Honorable Dan Huberty, Chair, House Committee on Public Education
Ursula Parks, Director, Legislative Budget Board
HB3769 by King, Ken (Relating to improper relationships between educators and students; creating a criminal offense and expanding the applicability of an existing offense.), As Introduced
The bill would amend the Penal Code to expand the prohibition on improper employee and student relationships for any school employee serving in a capacity that requires a license, regardless of whether the employee holds that license. The bill would expand the offense to include any employee engaging in an improper relationship with a student who the employee knows is enrolled in any public or private primary or secondary school, or with any student participant in an educational activity sponsored by a school district or public or private primary school or secondary school. The bill would create an offense for failing to report certain misconduct by educators which under certain circumstances would be punishable as state jail felony.
The bill would amend the Education Code to expand the requirements to report certain information regarding misconduct for principals, superintendents, and district directors and impose criminal offenses on those individuals for failing to comply with the reporting requirements.
The bill would amend the Education Code to require instruction to prevent and recognize improper educator-student relationships as an additional element of continuing education for educators and principals.
The bill would amend the Education Code to authorize the Commissioner of Education to conduct special accreditation investigations when a school district fails to produce, upon request, evidence or an investigation report relating to an educator who is under investigation by the State Board for Educator Certification.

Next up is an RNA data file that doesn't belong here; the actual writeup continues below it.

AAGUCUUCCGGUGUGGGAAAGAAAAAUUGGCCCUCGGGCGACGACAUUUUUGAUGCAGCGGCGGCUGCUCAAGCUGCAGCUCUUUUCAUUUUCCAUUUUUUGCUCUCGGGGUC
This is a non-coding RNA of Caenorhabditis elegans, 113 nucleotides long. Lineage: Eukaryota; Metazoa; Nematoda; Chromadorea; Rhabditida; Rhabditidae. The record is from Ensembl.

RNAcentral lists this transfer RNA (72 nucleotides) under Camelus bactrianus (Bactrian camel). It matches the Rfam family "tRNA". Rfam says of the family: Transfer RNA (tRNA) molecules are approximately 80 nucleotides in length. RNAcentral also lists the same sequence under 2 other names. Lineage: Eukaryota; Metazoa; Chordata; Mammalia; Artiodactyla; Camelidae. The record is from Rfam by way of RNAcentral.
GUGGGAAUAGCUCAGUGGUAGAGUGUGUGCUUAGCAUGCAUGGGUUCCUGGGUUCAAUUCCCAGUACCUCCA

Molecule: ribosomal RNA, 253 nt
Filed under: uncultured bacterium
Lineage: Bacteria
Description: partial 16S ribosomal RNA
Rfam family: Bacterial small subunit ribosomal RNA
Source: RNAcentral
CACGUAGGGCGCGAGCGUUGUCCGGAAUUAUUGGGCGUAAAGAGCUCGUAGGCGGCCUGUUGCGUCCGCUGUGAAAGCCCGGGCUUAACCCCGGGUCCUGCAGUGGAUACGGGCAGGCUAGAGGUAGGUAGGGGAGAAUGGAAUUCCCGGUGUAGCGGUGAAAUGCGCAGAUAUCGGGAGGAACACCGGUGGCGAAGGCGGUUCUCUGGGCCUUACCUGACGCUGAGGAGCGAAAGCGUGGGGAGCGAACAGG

This analysis assumes the provisions of the bill addressing felony sanctions for criminal offenses would not result in a significant impact on state correctional agencies. The Texas Education Agency, Office of Court Administration, and Office of the Attorney General estimates there would be minimal cost associated with implementing the provisions of the bill.
The bill would require school districts to adopt policies concerning electronic communications between school employees and students, including policies designed to prevent improper electronic communications between school employees and students. The bill expands the reporting requirements related to educator misconduct.
School districts and charter schools may incur costs associated with modifying existing policies to comply with the provisions of the bill. School districts and charter schools may also incur some legal costs associated with interpreting and applying the reporting requirements associated with the bill. However, this analysis assumes these costs are not expected to be significant.
212 Office of Court Administration, Texas Judicial Council, 696 Department of Criminal Justice, 701 Texas Education Agency, 302 Office of the Attorney General
UP, JGA, THo, AM, AW, JSm